were to examine the artist’s past in full, they would stumble upon multiple instances of happenstance driven by gut reactions. Creating art since an adolescent, Herlinger cannot see himself doing anything else, but that is not to say he has not had a wide variety of odd jobs over the course of his life. In fact, it is quite the opposite. In 1963, Herlinger was finishing his last year of enlistment as part of the Third Infantry Division of the U.S. Army in West Germany. He describes his years of service as a good time in his life. From 1960 to 1963, Herlinger witnessed countries he would one day return to, particularly London. During his last year of enlistment, however, the artist’s world was turned upside down with the assassination of John F. Kennedy. The shifty and shoddy nature of American politics began to solidify in Herlinger’s mind. The ongoing threat of nuclear war, the conflict in Vietnam and the Nixon Administration perpetuated the young
“Requiem for Red, White on Blue” —Inkjet print on paper, a play on Steve McQueen’s 2007 stamp series “Queen and Country.”
artist’s political ideals as he attended college. “I was doing my undergraduate work in California during the Nixon administration, so I was surrounded by young intellectuals starving to be involved. I, myself, was very involved with trying to raise awareness against Vietnam,” Herlinger said. The emphasis of Herlinger’s undergraduate work was drawing and original printmaking. He wanted to know the basics of art and was thrilled by the idea of limited edition prints. “I thought, Jesus Christ, you lay out whatever you want in a wood cut, you do the work, and you can get 100 prints off of a single piece, and they’re all original works of art,’” he said. After graduation, the young artist hitchhiked from Sacramento to Seattle with his dog Isis— a SiberianMalamute mix. Herlinger and his companion took a ferry to Ketchikan, joining friends who had established themselves as loggers. Herlinger took a puff off his pipe as he reminisced about his past; classic jazz poured from the living room stereo. He had worked as a cook in lumber camps all around Oregon—his birthplace—and California, and loved it. Herlinger loved being in nature. He came to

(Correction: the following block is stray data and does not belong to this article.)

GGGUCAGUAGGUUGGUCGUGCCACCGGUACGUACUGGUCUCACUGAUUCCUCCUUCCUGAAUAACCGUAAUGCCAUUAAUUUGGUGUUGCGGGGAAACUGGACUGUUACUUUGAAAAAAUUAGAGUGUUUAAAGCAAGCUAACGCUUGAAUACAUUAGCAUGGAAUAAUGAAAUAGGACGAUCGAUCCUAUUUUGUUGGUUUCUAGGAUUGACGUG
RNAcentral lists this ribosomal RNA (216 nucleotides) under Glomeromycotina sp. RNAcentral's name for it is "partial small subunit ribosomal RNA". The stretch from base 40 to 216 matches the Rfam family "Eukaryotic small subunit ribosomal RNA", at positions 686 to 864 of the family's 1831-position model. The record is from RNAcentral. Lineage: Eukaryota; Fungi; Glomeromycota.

Alaska with the simple notion of obtaining employment as a cook, and that is exactly what he did. Herlinger arrived in Ketchikan on the Fourth of July and everything was in a state of chaos. It was Party Time. “I dropped some acid and I climbed Deer Mountain ... Beautiful,” the artist said, as he exhaled a thick, white cloud of smoke. “I came down and I got a fuckin’ job the same goddamn day. They needed a cook in a local restaurant, so I was set.” Ketchikan was the meeting ground for Herlinger and Jim O’Toole, a photographer. There was no deep art connection; the men frequented the same bar. O’Toole remembers the artist as an “absolute mad man.” Residents referred to Herlinger as Terrible Ted, and most did not know his last name. “Big. Loud. Just Nuts,” O’Toole laughed. “Those were crazy days for most of us though. That was the late ‘70s, so a lot was going on.” After this cooking endeavor, Herlinger moved to Petersburg where he fished on one of the last halibut schooners, the Silver Wave, for several years. This was followed by several more years of working as a U.S. Observer aboard Japanese longliners in the Bering Sea FHIDEOUT.ORG
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and the Gulf of Alaska. The artist was keeping records for the National Oceanic and Atmospheric Association and the National Marine Fisheries Service. Several times a day, Herlinger ascended to the gurdy deck, weighing and measuring fish, taking otoliths to determine the age of fish and noting where the fish were caught, among other duties. In addition, he was an officer of the ship and tasked with bridge watches.
From the series, “Traditional Family Values” —etchings.
The work on these fishing vessels was strenuous and demanding, but he always found time to sketch. “I was drawing fish and ocean landscapes all the time. I was making gesture drawings of fish, real quick, you know?” Herlinger said. A gesture drawing is often meant to capture the action of a person or animal, and can be completed in as little as ten seconds. They are further considered challenging because the object being drawn makes no special effort to pause for the artist. Not only was Herlinger doing what he loved, but he was keeping records for the fishermen. That is to say, his drawings needed to be done. Following additional subsequent career choices, such as spending a year living off the land with his dog at Bostwick Inlet, Gravina Island in Southeast Alaska and teaching composition and art courses at the University of Alaska Southeast, Herlinger began seeking galleries to house his contemporary exhibitions. In the early ‘90s, Herlinger began work on three etchings, which he titled “Traditional Family Values,” a buzz phrase often used by both the Reagan and Bush administrations. Herlinger created the idea under a “rabid anti-Reagan mentality.” He saw the phrase as having hidden meaning, believing the traditional family values being preached by right-wing politicians was nothing more than jumble of code words. To express this, the artist began creating collages using photographs of family members. “I don’t know why I used family photos, it was just an instinct thing,” he said. The first etching of the three-piece series depicts a barefoot wedding in a rural tent city. All members of an unidentified family pose for a photo, the soles of their naked